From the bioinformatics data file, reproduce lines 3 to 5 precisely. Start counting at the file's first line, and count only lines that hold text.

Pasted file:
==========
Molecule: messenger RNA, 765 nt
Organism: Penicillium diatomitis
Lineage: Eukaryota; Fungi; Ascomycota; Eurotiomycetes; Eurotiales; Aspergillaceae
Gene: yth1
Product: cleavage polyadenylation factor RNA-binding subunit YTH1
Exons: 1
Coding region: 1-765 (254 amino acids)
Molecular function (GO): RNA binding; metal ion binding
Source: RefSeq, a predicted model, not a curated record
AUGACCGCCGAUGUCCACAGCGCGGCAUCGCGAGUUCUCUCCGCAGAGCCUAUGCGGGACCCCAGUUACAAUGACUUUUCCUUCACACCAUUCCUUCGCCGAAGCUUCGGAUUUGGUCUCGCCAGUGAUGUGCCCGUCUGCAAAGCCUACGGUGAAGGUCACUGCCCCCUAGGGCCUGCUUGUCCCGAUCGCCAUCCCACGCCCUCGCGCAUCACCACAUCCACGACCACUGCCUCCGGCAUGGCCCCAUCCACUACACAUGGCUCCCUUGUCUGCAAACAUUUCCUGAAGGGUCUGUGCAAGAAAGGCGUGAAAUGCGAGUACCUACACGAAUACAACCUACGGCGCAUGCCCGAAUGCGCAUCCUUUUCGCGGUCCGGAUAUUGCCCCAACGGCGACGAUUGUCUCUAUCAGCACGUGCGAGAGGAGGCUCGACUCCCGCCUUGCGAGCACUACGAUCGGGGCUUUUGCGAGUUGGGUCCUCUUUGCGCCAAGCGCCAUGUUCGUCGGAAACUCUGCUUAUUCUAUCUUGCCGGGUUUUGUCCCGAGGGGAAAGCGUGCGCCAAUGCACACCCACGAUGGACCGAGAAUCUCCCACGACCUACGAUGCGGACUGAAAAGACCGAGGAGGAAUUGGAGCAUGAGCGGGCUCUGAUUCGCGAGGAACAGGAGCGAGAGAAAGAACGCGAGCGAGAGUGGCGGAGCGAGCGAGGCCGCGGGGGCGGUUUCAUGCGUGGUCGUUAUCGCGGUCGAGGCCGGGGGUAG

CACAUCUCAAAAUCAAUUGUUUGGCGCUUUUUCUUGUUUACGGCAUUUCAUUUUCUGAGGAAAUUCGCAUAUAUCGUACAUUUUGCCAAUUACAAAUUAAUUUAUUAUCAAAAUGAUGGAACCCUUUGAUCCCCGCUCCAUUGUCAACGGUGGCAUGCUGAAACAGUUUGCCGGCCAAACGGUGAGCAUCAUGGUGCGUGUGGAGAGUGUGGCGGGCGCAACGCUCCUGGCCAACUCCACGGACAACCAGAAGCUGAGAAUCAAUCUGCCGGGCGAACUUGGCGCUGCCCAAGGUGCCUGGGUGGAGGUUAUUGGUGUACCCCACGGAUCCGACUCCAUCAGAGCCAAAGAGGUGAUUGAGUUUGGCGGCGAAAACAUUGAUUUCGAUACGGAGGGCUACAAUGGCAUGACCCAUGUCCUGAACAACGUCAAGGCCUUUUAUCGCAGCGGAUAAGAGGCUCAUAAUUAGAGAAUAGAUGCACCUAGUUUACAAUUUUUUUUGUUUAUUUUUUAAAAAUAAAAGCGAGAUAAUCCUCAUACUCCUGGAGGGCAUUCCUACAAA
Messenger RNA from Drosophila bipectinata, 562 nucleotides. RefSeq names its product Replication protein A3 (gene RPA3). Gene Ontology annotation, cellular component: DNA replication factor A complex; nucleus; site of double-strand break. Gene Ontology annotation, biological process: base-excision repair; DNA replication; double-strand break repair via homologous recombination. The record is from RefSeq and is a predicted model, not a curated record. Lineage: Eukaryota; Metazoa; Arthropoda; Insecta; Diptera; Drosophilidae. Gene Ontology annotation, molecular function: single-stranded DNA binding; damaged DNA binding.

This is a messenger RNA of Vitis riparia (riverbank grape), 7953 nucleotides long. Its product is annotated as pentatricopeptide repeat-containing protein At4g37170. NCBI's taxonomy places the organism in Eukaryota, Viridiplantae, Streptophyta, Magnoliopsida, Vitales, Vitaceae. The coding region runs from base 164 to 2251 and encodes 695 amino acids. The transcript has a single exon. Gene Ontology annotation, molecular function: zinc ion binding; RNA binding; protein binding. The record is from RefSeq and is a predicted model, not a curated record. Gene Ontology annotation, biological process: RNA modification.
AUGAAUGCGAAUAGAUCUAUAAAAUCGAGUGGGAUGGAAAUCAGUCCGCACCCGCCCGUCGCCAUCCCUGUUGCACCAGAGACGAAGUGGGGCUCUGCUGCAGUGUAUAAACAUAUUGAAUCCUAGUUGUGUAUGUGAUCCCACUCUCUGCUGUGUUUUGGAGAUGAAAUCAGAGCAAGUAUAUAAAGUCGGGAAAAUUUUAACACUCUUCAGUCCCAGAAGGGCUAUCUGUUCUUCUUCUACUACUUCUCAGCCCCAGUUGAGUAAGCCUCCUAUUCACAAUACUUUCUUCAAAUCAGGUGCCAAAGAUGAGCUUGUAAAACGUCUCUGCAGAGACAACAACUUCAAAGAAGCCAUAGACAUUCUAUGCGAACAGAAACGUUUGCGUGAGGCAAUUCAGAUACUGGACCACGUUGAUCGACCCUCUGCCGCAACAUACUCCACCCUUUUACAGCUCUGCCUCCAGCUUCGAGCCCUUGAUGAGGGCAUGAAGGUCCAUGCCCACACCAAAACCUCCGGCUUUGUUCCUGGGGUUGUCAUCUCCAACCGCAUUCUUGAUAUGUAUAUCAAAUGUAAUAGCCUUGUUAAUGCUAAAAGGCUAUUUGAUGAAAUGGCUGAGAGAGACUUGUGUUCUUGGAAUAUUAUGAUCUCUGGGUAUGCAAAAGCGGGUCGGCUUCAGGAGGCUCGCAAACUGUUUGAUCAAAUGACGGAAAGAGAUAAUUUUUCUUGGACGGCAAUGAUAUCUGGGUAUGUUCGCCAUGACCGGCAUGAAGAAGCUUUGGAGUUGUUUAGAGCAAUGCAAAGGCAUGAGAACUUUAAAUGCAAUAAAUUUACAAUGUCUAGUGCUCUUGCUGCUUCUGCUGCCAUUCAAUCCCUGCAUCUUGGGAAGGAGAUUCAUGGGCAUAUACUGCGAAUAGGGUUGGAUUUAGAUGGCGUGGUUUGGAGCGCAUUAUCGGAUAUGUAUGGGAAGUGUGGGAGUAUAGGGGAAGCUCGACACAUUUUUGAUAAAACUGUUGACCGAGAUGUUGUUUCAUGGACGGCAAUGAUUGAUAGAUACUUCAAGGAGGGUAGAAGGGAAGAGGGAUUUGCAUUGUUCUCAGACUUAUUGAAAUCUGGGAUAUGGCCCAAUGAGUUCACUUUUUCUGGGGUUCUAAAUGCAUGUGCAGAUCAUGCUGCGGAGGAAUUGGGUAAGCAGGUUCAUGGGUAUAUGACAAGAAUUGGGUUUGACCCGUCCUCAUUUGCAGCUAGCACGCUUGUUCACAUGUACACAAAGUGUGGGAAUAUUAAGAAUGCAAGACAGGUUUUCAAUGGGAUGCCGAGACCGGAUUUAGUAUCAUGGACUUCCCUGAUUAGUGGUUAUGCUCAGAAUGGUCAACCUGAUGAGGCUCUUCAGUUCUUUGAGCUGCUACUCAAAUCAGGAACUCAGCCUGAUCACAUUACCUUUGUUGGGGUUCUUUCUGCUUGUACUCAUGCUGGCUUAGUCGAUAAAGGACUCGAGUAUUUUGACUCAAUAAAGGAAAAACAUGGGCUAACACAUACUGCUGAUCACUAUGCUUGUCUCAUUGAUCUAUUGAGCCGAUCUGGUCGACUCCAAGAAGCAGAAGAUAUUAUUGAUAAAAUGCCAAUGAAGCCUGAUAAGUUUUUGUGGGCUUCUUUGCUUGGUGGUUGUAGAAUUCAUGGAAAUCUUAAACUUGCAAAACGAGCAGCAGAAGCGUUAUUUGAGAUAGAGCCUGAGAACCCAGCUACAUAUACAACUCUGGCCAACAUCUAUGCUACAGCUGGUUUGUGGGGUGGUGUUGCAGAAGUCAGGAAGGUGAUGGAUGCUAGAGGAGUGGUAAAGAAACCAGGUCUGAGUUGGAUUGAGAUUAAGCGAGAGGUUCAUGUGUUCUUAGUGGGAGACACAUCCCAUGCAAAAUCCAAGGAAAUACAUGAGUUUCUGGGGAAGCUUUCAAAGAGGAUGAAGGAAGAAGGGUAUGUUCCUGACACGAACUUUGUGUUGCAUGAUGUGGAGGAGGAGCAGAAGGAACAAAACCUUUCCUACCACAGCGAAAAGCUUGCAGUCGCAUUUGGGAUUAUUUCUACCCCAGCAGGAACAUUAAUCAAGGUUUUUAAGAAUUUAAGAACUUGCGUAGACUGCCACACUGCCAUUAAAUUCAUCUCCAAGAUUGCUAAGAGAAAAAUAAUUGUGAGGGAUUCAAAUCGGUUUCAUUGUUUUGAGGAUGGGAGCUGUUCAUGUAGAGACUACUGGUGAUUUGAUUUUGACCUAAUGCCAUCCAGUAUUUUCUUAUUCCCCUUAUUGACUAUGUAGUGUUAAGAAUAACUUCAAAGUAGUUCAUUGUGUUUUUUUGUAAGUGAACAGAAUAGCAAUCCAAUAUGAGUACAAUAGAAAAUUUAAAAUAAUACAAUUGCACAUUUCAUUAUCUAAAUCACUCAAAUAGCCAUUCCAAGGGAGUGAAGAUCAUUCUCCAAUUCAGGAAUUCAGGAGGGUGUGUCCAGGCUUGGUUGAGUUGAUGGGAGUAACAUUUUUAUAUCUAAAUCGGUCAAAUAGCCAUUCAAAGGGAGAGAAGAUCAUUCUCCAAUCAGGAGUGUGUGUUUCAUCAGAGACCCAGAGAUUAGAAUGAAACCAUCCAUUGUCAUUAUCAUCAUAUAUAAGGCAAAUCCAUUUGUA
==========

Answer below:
Lineage: Eukaryota; Fungi; Ascomycota; Eurotiomycetes; Eurotiales; Aspergillaceae
Gene: yth1
Product: cleavage polyadenylation factor RNA-binding subunit YTH1